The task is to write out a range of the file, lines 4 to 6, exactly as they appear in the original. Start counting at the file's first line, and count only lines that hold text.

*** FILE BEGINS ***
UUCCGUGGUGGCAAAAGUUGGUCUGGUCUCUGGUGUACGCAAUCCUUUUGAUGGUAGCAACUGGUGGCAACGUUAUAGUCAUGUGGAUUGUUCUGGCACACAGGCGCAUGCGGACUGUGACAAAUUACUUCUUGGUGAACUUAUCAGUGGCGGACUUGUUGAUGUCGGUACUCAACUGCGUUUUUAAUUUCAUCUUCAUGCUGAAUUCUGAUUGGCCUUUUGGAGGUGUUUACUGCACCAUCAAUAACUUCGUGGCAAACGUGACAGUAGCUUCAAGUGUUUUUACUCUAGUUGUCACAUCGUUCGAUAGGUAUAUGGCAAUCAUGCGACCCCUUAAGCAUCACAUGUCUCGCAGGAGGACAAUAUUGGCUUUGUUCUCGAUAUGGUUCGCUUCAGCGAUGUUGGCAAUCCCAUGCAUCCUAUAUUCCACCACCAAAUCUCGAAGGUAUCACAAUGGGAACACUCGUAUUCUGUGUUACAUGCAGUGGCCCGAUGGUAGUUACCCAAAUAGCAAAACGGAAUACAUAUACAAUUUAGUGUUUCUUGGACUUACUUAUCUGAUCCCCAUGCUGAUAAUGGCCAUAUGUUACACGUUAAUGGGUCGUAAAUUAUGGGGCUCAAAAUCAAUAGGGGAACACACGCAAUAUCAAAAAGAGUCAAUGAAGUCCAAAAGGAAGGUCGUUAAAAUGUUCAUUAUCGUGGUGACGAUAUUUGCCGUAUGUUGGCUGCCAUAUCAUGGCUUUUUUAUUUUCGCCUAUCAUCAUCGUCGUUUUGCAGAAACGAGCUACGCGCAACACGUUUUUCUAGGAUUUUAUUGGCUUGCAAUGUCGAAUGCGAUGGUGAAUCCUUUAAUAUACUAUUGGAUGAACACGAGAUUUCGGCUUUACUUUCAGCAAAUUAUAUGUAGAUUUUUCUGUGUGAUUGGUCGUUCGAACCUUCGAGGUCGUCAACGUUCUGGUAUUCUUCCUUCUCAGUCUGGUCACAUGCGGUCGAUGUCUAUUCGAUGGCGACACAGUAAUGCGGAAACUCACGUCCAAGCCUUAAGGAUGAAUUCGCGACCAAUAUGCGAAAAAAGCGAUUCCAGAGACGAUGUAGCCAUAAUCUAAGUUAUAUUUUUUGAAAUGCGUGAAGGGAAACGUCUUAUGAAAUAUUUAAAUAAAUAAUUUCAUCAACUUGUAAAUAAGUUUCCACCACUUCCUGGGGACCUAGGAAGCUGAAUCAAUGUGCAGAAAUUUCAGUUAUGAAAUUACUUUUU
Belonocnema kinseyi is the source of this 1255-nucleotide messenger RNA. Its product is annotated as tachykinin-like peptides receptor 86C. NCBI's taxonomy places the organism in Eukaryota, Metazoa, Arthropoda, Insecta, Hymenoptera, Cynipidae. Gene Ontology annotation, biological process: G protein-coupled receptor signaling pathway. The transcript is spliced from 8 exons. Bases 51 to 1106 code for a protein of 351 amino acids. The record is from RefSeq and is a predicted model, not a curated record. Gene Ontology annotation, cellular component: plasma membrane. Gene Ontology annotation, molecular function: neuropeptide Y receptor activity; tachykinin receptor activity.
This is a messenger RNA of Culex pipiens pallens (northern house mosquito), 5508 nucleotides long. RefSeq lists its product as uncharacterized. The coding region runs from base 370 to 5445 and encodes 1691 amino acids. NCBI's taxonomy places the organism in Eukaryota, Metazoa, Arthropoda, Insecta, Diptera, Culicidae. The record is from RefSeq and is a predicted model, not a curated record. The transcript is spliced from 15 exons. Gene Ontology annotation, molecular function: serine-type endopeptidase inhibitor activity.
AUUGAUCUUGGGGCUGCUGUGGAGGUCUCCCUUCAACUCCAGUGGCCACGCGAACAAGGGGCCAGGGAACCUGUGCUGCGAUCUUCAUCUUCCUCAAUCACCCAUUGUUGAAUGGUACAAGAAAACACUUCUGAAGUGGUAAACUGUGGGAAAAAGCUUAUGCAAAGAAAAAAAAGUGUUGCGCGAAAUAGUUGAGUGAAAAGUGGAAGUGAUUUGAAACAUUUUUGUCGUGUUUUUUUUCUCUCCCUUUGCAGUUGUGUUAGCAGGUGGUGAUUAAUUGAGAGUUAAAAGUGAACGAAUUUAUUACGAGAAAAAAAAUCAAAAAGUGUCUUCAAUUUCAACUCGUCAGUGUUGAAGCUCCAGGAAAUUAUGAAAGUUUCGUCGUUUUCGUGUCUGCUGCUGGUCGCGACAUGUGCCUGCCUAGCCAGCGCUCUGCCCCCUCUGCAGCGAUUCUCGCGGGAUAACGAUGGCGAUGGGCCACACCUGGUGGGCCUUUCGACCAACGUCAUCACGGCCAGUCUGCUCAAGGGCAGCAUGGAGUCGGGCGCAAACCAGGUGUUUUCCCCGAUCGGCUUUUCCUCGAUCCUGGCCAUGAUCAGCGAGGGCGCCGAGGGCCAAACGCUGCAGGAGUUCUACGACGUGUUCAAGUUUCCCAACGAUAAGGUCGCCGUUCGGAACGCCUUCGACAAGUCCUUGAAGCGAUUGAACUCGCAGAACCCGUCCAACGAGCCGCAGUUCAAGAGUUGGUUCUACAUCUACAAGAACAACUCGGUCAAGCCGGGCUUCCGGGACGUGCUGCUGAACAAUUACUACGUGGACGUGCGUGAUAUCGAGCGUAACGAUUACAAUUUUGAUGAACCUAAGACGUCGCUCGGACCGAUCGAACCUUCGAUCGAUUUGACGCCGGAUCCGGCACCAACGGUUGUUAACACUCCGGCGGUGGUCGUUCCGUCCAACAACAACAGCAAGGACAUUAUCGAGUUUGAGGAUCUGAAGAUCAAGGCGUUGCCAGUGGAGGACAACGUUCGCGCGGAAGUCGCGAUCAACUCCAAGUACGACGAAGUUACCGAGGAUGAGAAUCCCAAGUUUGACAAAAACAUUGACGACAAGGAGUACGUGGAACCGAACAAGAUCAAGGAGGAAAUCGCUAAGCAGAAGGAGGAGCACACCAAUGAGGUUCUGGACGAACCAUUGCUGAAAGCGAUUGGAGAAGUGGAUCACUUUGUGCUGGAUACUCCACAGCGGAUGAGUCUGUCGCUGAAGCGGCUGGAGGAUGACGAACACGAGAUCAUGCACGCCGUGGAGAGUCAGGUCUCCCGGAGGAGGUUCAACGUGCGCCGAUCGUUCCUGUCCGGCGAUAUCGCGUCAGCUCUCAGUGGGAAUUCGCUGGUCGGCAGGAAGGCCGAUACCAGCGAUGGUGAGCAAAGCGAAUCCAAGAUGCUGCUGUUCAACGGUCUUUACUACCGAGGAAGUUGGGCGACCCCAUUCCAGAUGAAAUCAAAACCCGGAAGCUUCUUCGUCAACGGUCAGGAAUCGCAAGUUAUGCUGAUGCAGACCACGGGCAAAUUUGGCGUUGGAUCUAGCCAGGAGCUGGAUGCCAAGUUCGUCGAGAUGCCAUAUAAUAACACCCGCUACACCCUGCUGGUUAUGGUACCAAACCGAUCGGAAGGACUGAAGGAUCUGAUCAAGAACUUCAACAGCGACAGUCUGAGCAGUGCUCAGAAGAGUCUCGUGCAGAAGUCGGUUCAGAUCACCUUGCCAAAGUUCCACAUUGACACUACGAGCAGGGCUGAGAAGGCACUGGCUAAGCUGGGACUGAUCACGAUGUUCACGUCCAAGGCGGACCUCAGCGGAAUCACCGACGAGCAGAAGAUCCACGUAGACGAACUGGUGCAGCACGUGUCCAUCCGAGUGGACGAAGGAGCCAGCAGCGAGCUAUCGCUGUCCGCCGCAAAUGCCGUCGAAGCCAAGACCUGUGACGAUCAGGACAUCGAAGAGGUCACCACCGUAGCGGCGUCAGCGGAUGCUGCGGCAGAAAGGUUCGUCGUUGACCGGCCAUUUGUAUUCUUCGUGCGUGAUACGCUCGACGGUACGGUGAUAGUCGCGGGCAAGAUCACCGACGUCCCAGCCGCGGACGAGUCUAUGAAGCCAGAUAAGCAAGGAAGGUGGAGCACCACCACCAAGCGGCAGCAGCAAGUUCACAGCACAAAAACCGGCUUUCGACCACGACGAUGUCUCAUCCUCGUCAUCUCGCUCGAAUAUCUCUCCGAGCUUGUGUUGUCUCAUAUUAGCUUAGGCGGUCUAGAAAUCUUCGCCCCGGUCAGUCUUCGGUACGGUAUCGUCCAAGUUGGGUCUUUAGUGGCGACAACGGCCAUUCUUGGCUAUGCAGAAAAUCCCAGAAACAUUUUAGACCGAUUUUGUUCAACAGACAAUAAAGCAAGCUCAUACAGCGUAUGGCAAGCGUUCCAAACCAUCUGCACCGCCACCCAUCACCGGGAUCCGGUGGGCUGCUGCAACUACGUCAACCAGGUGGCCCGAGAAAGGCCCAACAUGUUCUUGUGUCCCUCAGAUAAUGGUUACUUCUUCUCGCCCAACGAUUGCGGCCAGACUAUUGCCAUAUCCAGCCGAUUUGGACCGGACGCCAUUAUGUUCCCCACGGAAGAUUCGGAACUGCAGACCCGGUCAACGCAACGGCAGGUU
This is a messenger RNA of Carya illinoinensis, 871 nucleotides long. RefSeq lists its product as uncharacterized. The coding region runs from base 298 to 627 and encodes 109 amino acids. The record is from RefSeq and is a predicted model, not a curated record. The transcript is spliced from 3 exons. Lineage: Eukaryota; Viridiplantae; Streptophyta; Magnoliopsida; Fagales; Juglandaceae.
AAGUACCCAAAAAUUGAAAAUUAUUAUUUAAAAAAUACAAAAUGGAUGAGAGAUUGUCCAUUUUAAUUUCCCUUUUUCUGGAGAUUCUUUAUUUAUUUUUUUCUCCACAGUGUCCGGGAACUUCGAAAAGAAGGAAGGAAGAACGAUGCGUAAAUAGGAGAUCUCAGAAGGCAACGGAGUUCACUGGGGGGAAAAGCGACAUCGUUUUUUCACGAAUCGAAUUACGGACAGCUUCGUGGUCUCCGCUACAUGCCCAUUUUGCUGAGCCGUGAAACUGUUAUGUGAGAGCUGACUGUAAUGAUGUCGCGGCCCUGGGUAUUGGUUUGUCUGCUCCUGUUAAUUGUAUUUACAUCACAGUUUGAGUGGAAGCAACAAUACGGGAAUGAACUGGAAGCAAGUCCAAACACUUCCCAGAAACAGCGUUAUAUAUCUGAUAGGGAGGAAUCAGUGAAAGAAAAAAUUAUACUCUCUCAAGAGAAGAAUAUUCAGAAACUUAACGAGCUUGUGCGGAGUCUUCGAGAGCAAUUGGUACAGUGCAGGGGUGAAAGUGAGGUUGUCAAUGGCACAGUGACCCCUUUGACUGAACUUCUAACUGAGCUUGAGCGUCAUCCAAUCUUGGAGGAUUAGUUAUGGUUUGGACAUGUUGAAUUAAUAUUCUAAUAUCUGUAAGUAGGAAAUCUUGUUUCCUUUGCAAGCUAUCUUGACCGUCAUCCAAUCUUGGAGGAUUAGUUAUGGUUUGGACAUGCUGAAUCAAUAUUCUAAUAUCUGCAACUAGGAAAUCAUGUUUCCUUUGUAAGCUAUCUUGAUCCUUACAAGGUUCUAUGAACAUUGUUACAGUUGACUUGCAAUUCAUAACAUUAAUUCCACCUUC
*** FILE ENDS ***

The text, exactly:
AUUGAUCUUGGGGCUGCUGUGGAGGUCUCCCUUCAACUCCAGUGGCCACGCGAACAAGGGGCCAGGGAACCUGUGCUGCGAUCUUCAUCUUCCUCAAUCACCCAUUGUUGAAUGGUACAAGAAAACACUUCUGAAGUGGUAAACUGUGGGAAAAAGCUUAUGCAAAGAAAAAAAAGUGUUGCGCGAAAUAGUUGAGUGAAAAGUGGAAGUGAUUUGAAACAUUUUUGUCGUGUUUUUUUUCUCUCCCUUUGCAGUUGUGUUAGCAGGUGGUGAUUAAUUGAGAGUUAAAAGUGAACGAAUUUAUUACGAGAAAAAAAAUCAAAAAGUGUCUUCAAUUUCAACUCGUCAGUGUUGAAGCUCCAGGAAAUUAUGAAAGUUUCGUCGUUUUCGUGUCUGCUGCUGGUCGCGACAUGUGCCUGCCUAGCCAGCGCUCUGCCCCCUCUGCAGCGAUUCUCGCGGGAUAACGAUGGCGAUGGGCCACACCUGGUGGGCCUUUCGACCAACGUCAUCACGGCCAGUCUGCUCAAGGGCAGCAUGGAGUCGGGCGCAAACCAGGUGUUUUCCCCGAUCGGCUUUUCCUCGAUCCUGGCCAUGAUCAGCGAGGGCGCCGAGGGCCAAACGCUGCAGGAGUUCUACGACGUGUUCAAGUUUCCCAACGAUAAGGUCGCCGUUCGGAACGCCUUCGACAAGUCCUUGAAGCGAUUGAACUCGCAGAACCCGUCCAACGAGCCGCAGUUCAAGAGUUGGUUCUACAUCUACAAGAACAACUCGGUCAAGCCGGGCUUCCGGGACGUGCUGCUGAACAAUUACUACGUGGACGUGCGUGAUAUCGAGCGUAACGAUUACAAUUUUGAUGAACCUAAGACGUCGCUCGGACCGAUCGAACCUUCGAUCGAUUUGACGCCGGAUCCGGCACCAACGGUUGUUAACACUCCGGCGGUGGUCGUUCCGUCCAACAACAACAGCAAGGACAUUAUCGAGUUUGAGGAUCUGAAGAUCAAGGCGUUGCCAGUGGAGGACAACGUUCGCGCGGAAGUCGCGAUCAACUCCAAGUACGACGAAGUUACCGAGGAUGAGAAUCCCAAGUUUGACAAAAACAUUGACGACAAGGAGUACGUGGAACCGAACAAGAUCAAGGAGGAAAUCGCUAAGCAGAAGGAGGAGCACACCAAUGAGGUUCUGGACGAACCAUUGCUGAAAGCGAUUGGAGAAGUGGAUCACUUUGUGCUGGAUACUCCACAGCGGAUGAGUCUGUCGCUGAAGCGGCUGGAGGAUGACGAACACGAGAUCAUGCACGCCGUGGAGAGUCAGGUCUCCCGGAGGAGGUUCAACGUGCGCCGAUCGUUCCUGUCCGGCGAUAUCGCGUCAGCUCUCAGUGGGAAUUCGCUGGUCGGCAGGAAGGCCGAUACCAGCGAUGGUGAGCAAAGCGAAUCCAAGAUGCUGCUGUUCAACGGUCUUUACUACCGAGGAAGUUGGGCGACCCCAUUCCAGAUGAAAUCAAAACCCGGAAGCUUCUUCGUCAACGGUCAGGAAUCGCAAGUUAUGCUGAUGCAGACCACGGGCAAAUUUGGCGUUGGAUCUAGCCAGGAGCUGGAUGCCAAGUUCGUCGAGAUGCCAUAUAAUAACACCCGCUACACCCUGCUGGUUAUGGUACCAAACCGAUCGGAAGGACUGAAGGAUCUGAUCAAGAACUUCAACAGCGACAGUCUGAGCAGUGCUCAGAAGAGUCUCGUGCAGAAGUCGGUUCAGAUCACCUUGCCAAAGUUCCACAUUGACACUACGAGCAGGGCUGAGAAGGCACUGGCUAAGCUGGGACUGAUCACGAUGUUCACGUCCAAGGCGGACCUCAGCGGAAUCACCGACGAGCAGAAGAUCCACGUAGACGAACUGGUGCAGCACGUGUCCAUCCGAGUGGACGAAGGAGCCAGCAGCGAGCUAUCGCUGUCCGCCGCAAAUGCCGUCGAAGCCAAGACCUGUGACGAUCAGGACAUCGAAGAGGUCACCACCGUAGCGGCGUCAGCGGAUGCUGCGGCAGAAAGGUUCGUCGUUGACCGGCCAUUUGUAUUCUUCGUGCGUGAUACGCUCGACGGUACGGUGAUAGUCGCGGGCAAGAUCACCGACGUCCCAGCCGCGGACGAGUCUAUGAAGCCAGAUAAGCAAGGAAGGUGGAGCACCACCACCAAGCGGCAGCAGCAAGUUCACAGCACAAAAACCGGCUUUCGACCACGACGAUGUCUCAUCCUCGUCAUCUCGCUCGAAUAUCUCUCCGAGCUUGUGUUGUCUCAUAUUAGCUUAGGCGGUCUAGAAAUCUUCGCCCCGGUCAGUCUUCGGUACGGUAUCGUCCAAGUUGGGUCUUUAGUGGCGACAACGGCCAUUCUUGGCUAUGCAGAAAAUCCCAGAAACAUUUUAGACCGAUUUUGUUCAACAGACAAUAAAGCAAGCUCAUACAGCGUAUGGCAAGCGUUCCAAACCAUCUGCACCGCCACCCAUCACCGGGAUCCGGUGGGCUGCUGCAACUACGUCAACCAGGUGGCCCGAGAAAGGCCCAACAUGUUCUUGUGUCCCUCAGAUAAUGGUUACUUCUUCUCGCCCAACGAUUGCGGCCAGACUAUUGCCAUAUCCAGCCGAUUUGGACCGGACGCCAUUAUGUUCCCCACGGAAGAUUCGGAACUGCAGACCCGGUCAACGCAACGGCAGGUU
This is a messenger RNA of Carya illinoinensis, 871 nucleotides long. RefSeq lists its product as uncharacterized. The coding region runs from base 298 to 627 and encodes 109 amino acids. The record is from RefSeq and is a predicted model, not a curated record. The transcript is spliced from 3 exons. Lineage: Eukaryota; Viridiplantae; Streptophyta; Magnoliopsida; Fagales; Juglandaceae.
AAGUACCCAAAAAUUGAAAAUUAUUAUUUAAAAAAUACAAAAUGGAUGAGAGAUUGUCCAUUUUAAUUUCCCUUUUUCUGGAGAUUCUUUAUUUAUUUUUUUCUCCACAGUGUCCGGGAACUUCGAAAAGAAGGAAGGAAGAACGAUGCGUAAAUAGGAGAUCUCAGAAGGCAACGGAGUUCACUGGGGGGAAAAGCGACAUCGUUUUUUCACGAAUCGAAUUACGGACAGCUUCGUGGUCUCCGCUACAUGCCCAUUUUGCUGAGCCGUGAAACUGUUAUGUGAGAGCUGACUGUAAUGAUGUCGCGGCCCUGGGUAUUGGUUUGUCUGCUCCUGUUAAUUGUAUUUACAUCACAGUUUGAGUGGAAGCAACAAUACGGGAAUGAACUGGAAGCAAGUCCAAACACUUCCCAGAAACAGCGUUAUAUAUCUGAUAGGGAGGAAUCAGUGAAAGAAAAAAUUAUACUCUCUCAAGAGAAGAAUAUUCAGAAACUUAACGAGCUUGUGCGGAGUCUUCGAGAGCAAUUGGUACAGUGCAGGGGUGAAAGUGAGGUUGUCAAUGGCACAGUGACCCCUUUGACUGAACUUCUAACUGAGCUUGAGCGUCAUCCAAUCUUGGAGGAUUAGUUAUGGUUUGGACAUGUUGAAUUAAUAUUCUAAUAUCUGUAAGUAGGAAAUCUUGUUUCCUUUGCAAGCUAUCUUGACCGUCAUCCAAUCUUGGAGGAUUAGUUAUGGUUUGGACAUGCUGAAUCAAUAUUCUAAUAUCUGCAACUAGGAAAUCAUGUUUCCUUUGUAAGCUAUCUUGAUCCUUACAAGGUUCUAUGAACAUUGUUACAGUUGACUUGCAAUUCAUAACAUUAAUUCCACCUUC